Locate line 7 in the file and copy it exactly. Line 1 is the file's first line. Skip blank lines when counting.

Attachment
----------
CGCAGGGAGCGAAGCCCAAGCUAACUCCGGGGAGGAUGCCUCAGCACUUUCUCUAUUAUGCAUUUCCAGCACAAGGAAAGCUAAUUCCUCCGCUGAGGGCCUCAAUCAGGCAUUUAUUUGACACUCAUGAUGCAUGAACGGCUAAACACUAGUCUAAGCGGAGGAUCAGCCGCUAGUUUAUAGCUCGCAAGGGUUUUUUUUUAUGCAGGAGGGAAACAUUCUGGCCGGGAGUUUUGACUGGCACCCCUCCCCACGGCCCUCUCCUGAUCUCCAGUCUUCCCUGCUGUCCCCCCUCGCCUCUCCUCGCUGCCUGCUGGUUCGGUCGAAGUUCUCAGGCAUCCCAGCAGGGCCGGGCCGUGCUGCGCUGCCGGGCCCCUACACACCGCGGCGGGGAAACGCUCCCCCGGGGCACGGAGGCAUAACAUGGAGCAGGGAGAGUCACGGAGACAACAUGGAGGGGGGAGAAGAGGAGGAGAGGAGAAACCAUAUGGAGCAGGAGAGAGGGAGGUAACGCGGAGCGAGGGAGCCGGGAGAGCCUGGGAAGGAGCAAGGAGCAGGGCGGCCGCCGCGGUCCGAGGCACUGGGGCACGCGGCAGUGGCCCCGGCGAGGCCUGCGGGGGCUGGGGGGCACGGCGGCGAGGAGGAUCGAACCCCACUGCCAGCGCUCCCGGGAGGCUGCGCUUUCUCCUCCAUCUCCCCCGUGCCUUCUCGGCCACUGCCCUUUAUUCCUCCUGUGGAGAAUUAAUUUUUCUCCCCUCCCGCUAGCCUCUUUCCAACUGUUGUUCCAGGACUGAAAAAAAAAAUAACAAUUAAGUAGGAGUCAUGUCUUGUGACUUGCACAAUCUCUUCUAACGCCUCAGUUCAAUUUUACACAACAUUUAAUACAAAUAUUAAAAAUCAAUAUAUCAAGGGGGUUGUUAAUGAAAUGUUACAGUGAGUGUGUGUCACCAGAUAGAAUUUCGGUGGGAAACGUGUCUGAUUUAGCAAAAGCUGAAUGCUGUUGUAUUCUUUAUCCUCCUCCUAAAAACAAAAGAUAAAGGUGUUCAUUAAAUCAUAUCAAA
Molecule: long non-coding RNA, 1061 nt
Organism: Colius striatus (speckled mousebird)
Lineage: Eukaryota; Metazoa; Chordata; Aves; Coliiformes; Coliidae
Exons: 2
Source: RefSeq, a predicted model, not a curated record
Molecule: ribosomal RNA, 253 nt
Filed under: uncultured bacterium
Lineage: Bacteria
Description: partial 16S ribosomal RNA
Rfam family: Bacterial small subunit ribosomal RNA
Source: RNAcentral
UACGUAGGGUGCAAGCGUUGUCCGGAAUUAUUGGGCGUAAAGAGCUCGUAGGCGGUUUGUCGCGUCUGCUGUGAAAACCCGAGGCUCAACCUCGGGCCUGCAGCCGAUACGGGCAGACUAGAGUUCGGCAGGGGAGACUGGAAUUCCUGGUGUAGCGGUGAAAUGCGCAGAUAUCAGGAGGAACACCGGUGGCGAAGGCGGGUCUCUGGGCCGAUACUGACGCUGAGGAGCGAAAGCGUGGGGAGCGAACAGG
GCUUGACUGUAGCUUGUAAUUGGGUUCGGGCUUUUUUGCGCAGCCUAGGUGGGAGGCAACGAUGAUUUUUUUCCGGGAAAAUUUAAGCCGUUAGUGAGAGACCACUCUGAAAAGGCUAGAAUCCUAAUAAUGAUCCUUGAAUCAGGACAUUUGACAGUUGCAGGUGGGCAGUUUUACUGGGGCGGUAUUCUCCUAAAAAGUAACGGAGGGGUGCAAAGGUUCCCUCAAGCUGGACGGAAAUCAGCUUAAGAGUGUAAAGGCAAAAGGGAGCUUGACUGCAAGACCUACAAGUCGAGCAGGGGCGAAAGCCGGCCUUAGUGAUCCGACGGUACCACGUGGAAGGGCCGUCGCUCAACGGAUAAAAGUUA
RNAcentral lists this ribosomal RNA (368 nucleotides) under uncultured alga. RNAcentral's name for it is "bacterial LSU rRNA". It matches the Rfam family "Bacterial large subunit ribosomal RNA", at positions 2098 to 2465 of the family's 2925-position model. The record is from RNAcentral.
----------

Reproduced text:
Molecule: ribosomal RNA, 253 nt